The life of Nelson Mandela is one the most extraordinary epics of the twentieth century. An almost forgotten prisoner on Robben Island 20 years ago, apparently doomed to a helpless existence as a victim of apartheid, he not only survived but almost single-handedly saved South Africa from potential chaos, to become one of the most widely admired leaders in the world. Mandela's myth is dazzling; in this magnificent biography Anthony Sampson penetrates it to show us the man himself.
Sampson has known Mandela since 1951. He was given Mandela's complete cooperation, including access to 27 years' worth of unpublished correspondence from prison and may other private documents -- even the original draft of Mandela's prison autobiography, long thought to be lost. He interviewed virtually every significant living figure associated with Mandela, from childhood schoolmates to Mandela's ex-wife, Winnie, to former president F. W. De Klerk, Mandela himself checked and annotated the manuscript, but Sampson was left free to make his own judgments about the man, which he has done with refreshing candor. The result is wonderfully revealing and objective.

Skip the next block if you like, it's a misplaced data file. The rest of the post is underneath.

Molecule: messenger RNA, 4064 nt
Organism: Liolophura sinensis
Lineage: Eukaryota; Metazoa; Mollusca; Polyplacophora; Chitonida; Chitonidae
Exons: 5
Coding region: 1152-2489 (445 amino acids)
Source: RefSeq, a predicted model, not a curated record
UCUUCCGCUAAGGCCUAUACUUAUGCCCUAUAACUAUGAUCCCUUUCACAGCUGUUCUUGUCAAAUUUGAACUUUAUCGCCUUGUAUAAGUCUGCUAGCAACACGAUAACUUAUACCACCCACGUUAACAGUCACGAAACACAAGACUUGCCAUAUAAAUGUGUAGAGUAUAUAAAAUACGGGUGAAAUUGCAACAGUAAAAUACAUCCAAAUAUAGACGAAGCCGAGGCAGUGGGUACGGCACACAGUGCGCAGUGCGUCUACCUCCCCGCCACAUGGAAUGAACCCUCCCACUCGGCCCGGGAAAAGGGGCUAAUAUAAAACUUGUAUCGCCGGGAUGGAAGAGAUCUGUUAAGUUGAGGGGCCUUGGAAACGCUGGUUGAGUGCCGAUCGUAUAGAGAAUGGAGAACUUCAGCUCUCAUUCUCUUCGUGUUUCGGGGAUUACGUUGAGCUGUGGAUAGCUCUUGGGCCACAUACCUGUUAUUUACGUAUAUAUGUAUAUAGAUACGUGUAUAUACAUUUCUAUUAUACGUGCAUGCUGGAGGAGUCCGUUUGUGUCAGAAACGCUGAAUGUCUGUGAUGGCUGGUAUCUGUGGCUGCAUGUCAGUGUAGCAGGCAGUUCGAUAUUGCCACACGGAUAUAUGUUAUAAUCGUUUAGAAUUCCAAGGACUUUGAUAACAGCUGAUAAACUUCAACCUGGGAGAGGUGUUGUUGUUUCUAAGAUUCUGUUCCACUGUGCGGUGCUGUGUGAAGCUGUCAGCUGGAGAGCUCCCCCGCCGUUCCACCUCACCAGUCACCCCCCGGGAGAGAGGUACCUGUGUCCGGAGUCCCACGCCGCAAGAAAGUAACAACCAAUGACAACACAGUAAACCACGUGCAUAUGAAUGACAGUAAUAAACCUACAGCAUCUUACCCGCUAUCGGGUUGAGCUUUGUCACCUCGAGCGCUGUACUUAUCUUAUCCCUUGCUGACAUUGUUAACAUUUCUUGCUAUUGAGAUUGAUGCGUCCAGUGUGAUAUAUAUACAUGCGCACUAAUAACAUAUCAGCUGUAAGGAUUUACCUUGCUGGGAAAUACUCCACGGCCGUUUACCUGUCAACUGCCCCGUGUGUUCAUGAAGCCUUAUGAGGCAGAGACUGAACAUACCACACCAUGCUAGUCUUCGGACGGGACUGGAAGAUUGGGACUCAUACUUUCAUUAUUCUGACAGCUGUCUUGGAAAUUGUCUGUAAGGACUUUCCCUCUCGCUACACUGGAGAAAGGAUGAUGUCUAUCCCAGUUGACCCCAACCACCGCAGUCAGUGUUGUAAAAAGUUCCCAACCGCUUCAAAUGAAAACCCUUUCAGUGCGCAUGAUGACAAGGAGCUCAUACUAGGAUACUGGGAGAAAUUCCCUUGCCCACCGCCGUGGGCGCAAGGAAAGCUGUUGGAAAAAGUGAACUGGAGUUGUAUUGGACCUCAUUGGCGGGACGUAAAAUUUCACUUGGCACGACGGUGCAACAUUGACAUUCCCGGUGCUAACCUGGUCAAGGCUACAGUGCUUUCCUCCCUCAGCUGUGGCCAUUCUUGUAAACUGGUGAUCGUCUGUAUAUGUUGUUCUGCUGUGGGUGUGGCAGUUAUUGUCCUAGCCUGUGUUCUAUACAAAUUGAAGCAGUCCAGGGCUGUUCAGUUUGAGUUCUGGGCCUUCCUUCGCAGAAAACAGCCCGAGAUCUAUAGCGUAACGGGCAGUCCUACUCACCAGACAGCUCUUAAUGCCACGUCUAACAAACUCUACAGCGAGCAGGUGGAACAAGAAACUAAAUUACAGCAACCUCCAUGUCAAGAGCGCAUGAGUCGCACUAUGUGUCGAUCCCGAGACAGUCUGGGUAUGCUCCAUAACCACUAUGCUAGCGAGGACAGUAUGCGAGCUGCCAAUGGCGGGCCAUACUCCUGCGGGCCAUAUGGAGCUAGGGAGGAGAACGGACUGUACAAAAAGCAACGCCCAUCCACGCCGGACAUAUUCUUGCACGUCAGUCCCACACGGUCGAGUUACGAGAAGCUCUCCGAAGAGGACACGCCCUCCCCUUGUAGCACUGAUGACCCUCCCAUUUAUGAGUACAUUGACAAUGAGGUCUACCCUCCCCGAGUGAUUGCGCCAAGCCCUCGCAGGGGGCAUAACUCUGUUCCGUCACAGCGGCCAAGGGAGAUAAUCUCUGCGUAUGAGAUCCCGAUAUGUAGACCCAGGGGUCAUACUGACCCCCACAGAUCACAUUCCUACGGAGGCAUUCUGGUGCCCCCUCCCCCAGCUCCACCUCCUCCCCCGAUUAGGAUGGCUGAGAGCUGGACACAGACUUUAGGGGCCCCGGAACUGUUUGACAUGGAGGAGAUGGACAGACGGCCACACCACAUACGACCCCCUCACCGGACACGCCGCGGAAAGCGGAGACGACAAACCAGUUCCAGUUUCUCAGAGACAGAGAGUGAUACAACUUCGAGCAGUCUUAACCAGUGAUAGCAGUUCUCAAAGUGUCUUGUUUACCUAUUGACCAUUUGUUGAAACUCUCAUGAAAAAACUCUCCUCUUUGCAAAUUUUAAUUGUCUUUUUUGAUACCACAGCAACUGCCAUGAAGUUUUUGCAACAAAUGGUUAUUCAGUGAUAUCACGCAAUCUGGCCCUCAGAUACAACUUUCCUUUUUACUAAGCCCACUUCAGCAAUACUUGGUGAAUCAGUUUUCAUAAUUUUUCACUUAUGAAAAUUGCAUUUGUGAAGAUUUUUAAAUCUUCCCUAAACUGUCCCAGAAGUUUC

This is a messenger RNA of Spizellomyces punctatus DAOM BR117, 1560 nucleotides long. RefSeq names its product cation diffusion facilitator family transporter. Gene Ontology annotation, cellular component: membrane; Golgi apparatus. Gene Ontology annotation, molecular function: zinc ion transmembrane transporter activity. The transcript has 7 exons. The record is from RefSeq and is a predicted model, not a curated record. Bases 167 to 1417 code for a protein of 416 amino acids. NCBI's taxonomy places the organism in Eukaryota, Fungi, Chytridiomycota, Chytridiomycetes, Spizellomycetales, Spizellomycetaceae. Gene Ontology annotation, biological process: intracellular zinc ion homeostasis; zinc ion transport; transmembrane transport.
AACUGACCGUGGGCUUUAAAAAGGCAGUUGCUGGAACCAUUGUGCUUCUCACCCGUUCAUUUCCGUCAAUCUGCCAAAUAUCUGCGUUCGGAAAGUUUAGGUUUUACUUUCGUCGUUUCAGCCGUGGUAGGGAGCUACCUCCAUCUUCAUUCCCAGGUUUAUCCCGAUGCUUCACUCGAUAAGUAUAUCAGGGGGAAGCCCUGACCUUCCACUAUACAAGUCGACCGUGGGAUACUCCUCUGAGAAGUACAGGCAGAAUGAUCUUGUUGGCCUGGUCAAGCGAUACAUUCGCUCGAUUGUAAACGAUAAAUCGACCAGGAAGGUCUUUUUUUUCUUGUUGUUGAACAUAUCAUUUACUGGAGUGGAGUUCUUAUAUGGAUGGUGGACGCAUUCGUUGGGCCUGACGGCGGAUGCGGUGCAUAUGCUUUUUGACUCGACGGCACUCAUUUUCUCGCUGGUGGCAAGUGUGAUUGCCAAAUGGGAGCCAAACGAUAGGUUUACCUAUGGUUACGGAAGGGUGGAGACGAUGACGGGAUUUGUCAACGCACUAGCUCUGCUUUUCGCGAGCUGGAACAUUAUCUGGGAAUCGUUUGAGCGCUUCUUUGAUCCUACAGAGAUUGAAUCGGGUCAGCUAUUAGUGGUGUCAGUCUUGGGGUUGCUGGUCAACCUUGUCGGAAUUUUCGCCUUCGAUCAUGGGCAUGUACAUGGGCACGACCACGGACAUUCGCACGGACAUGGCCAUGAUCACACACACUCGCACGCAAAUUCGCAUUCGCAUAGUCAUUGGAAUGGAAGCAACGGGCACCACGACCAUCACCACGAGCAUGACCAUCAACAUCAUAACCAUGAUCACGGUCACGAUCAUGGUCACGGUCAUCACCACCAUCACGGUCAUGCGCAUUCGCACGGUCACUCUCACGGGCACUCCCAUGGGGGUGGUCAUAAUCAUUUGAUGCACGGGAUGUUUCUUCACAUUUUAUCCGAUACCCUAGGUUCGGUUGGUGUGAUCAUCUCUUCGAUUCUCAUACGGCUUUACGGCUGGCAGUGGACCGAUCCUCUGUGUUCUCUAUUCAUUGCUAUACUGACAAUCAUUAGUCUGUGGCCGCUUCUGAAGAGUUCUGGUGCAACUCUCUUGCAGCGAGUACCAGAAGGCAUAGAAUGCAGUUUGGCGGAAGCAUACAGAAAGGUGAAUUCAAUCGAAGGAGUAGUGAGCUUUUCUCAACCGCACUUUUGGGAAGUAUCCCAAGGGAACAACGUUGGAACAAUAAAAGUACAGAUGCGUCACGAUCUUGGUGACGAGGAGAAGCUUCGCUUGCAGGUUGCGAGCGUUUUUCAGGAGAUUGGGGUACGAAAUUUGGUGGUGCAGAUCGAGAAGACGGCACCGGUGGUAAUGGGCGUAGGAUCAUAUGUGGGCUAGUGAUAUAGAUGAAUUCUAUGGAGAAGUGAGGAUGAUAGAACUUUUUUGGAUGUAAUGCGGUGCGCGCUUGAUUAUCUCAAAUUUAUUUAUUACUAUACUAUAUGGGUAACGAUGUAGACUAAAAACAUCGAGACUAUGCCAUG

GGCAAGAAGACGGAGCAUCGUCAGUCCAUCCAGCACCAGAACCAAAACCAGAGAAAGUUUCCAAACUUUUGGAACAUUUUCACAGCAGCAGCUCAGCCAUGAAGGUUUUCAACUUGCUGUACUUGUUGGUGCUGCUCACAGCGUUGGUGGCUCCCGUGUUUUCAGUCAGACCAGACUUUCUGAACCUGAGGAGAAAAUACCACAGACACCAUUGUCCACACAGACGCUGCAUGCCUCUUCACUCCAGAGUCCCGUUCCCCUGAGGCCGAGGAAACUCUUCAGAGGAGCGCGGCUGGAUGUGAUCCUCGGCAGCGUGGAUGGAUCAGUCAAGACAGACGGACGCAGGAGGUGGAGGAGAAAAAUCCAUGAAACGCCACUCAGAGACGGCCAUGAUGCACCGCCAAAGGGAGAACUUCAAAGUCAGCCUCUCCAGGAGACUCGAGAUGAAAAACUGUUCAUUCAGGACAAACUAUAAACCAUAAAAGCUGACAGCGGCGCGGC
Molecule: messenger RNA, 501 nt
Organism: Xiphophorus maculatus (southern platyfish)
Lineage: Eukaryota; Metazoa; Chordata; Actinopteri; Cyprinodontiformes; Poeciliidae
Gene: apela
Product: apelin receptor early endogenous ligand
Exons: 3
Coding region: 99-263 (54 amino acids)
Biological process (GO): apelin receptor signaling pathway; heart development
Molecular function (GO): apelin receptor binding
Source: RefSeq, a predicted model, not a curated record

"Mandela" is filled with new insights and information. We see how prison, which he and his fellow inmates turned into an unofficial university, gradually transformed Mandela from a headstrong activist into a reflective and consummately skilled statesman. We learn how the British and American diplomats cold-shouldered him when support was desperately needed, and about the political in-fighting between anti-apartheid factions. Particularly fascinating is Sampson's narrative of the incredible negotiations leading to Mandela's release from prison and theeventual collapse of the white regime, when his colleagues feared that he was selling out to the government.
At every turn, this book sheds fresh light on the moral dilemmas that Mandela was forced to face to face again and again in his personal and public lives. In the struggle for freedom for South African blacks, he paid a tragic price, becoming alienated from his wife and remote from his children. Yet he famously retained his humanity, and while Sampson does not conceal Mandela's failings -- his stubbornness, his fixed loyalties, his princely manners and detachment -- the man who emerges is authentically heroic.
Broadly based, painstakingly researched, elegantly written, "Mandela" is a fitting complement to Mandela's celebrated autobiography. It will stand as an exemplar of the biographer's art at its most masterly and, even more, as a testament to the power of the human spirit in adversity.